I have been pleased to attend, to take some time out of our campaign, but I must say that this is an issue that is resonating in the ACT election campaign, people are raising this issue with me around what our stance will be on the plebiscite. I say personally I would very much like the opportunity to marry my long-term partner, but I am, like many, many others, extremely concerned by what could happen and what we have already seen happen in the context of this debate nationally and what we've experienced locally.
So there are real risks and real concerns about the approach of the Prime Minister and his senior Ministers on this matter. We've seen his backbench running all over the place with some pretty outrageous claims. I've already had to step in locally to support the Safe Schools program as a result of the sort of far right, hardline interventions that we've seen from conservative politicians elsewhere in this country.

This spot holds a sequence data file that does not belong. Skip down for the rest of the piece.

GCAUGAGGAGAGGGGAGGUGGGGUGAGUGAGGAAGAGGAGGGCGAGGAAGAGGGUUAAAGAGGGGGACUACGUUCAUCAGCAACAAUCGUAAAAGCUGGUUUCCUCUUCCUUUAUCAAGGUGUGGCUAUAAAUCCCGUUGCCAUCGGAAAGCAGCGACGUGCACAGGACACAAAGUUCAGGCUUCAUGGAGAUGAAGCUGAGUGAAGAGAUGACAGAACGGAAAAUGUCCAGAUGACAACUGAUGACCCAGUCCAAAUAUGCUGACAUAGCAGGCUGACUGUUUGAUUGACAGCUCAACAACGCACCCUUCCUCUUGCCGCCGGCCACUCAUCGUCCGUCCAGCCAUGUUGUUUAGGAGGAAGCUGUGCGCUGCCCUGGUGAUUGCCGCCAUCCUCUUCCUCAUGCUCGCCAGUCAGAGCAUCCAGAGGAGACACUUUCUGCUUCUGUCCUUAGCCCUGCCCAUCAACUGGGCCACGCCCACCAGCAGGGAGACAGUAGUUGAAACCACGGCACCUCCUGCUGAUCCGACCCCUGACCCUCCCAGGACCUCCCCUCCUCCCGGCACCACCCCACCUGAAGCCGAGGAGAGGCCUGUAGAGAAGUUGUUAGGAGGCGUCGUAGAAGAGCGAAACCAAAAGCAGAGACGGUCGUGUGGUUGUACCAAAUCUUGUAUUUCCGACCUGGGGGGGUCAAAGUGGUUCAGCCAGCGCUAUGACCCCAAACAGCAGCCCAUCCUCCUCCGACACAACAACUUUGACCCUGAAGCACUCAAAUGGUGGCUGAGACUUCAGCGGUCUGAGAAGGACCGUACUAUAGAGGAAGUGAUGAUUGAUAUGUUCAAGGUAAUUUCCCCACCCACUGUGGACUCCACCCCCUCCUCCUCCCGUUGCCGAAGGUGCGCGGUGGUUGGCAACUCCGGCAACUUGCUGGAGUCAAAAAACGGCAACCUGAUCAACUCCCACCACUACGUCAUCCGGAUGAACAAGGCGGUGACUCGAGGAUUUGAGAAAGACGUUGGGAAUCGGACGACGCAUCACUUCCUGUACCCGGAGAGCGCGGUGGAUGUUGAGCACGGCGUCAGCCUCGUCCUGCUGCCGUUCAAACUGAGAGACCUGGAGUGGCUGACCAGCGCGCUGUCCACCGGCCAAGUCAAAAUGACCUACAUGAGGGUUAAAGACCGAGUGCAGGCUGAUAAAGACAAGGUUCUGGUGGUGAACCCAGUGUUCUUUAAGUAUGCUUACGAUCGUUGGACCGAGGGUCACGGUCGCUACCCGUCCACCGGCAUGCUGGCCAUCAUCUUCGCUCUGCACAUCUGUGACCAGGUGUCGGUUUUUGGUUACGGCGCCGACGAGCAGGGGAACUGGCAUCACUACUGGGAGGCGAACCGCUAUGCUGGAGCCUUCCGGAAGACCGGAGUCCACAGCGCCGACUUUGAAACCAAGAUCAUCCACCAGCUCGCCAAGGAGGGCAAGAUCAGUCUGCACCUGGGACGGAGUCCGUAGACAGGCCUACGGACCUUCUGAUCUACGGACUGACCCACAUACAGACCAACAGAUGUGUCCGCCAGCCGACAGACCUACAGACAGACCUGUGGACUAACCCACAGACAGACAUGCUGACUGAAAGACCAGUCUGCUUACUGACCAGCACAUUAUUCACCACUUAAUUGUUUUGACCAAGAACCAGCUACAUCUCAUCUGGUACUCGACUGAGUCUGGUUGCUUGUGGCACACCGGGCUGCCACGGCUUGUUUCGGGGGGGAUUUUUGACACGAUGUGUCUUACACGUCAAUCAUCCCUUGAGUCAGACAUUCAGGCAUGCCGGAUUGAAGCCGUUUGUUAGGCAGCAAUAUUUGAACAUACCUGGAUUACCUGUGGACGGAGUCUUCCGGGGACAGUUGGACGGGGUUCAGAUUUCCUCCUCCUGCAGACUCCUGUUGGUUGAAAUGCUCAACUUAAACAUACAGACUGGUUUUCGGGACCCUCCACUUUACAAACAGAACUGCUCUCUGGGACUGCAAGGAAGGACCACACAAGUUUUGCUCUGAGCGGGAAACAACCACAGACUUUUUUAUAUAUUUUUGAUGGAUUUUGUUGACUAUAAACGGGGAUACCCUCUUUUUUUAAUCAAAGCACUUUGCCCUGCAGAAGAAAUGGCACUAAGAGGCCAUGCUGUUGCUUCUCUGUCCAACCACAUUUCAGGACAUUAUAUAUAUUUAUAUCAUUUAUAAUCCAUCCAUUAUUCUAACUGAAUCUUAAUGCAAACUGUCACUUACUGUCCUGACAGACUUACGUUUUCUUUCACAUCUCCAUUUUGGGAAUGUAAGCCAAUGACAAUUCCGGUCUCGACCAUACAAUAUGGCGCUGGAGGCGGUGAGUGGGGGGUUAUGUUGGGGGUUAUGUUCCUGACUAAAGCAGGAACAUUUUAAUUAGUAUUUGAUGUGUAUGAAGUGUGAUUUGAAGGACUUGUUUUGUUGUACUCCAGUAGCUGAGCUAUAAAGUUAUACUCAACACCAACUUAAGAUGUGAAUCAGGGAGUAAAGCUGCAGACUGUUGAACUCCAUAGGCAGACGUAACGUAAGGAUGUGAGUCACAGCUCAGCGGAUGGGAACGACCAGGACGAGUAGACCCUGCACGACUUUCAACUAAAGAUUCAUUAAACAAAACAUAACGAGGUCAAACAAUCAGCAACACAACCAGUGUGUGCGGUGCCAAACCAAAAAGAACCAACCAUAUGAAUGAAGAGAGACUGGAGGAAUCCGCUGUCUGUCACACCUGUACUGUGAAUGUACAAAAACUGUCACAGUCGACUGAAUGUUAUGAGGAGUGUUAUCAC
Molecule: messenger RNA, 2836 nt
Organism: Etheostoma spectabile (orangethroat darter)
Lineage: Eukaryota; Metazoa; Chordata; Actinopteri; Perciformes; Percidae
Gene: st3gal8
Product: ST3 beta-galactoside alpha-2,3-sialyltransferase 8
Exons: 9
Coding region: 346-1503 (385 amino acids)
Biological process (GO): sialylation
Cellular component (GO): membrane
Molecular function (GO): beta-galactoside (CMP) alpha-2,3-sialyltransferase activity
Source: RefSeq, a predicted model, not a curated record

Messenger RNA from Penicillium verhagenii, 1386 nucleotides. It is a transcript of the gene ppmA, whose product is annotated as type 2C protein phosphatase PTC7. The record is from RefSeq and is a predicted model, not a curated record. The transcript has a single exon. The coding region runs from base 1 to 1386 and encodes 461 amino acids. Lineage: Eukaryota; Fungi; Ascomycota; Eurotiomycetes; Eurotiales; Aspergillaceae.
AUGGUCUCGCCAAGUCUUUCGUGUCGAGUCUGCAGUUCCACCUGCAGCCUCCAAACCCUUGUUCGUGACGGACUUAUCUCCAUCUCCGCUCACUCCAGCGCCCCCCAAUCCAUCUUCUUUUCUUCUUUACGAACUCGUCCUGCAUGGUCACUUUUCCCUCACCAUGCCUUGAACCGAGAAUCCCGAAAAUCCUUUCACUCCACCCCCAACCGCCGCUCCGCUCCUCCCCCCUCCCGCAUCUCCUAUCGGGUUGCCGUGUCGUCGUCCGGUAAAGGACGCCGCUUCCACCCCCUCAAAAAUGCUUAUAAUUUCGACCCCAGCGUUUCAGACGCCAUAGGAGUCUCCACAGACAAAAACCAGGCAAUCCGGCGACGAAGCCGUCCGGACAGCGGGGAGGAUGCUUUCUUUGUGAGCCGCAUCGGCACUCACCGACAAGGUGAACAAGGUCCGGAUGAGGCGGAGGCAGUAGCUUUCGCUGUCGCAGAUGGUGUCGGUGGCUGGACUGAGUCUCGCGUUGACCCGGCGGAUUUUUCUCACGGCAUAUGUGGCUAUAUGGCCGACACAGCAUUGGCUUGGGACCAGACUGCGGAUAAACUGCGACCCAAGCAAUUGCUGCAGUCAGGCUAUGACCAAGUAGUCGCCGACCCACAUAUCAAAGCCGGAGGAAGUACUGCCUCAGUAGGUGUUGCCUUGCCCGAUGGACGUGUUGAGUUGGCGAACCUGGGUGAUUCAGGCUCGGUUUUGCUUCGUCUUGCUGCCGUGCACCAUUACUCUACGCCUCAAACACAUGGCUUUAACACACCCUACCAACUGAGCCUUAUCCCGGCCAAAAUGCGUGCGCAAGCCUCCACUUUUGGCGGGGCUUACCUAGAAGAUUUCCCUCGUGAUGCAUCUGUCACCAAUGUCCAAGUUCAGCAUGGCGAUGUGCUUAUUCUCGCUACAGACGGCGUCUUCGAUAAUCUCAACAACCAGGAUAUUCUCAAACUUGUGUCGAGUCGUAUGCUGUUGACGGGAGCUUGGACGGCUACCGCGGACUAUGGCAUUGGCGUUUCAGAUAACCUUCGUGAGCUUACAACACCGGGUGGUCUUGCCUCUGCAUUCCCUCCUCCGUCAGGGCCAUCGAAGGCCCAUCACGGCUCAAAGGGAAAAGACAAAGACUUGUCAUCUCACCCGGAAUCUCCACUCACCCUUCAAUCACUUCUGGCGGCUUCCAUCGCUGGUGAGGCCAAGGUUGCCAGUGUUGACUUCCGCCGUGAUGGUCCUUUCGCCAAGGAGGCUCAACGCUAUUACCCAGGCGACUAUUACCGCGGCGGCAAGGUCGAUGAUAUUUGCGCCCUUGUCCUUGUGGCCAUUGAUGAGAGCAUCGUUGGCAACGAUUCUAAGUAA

But I can say to my local constituents and Canberrans who I know to be progressive people, who value equality and who respect the right of everyone to be equal before the law, that we will stand up for their rights in our local campaign and on the national stage in order to ensure that every Australian is equal before the law and we will argue for a better way to achieve marriage equality, and there is a better way than the plebiscite, and that's a tree vote of all Parliamentarians, that's what our Federal colleagues were elected to do. That's what should happen here, not a divisive plebiscite that runs the risk of hurting thousands and thousands of our fellow Australians. I think it's a real line in the sand moment for the Federal Parliament and what we've heard today has only further reinforced my views. Personally I'm prepared to wait - there is a better way to achieve marriage equality.
SHORTEN: Thanks, Andrew, for the very well put statement. Happy to take questions.
JOURNALIST: Mr Shorten, what do you say to same sex couples who may be supportive of a plebiscite who think it maybe an opportunity to burn off negativity in the community and have a unified Australian position on same-sex marriage?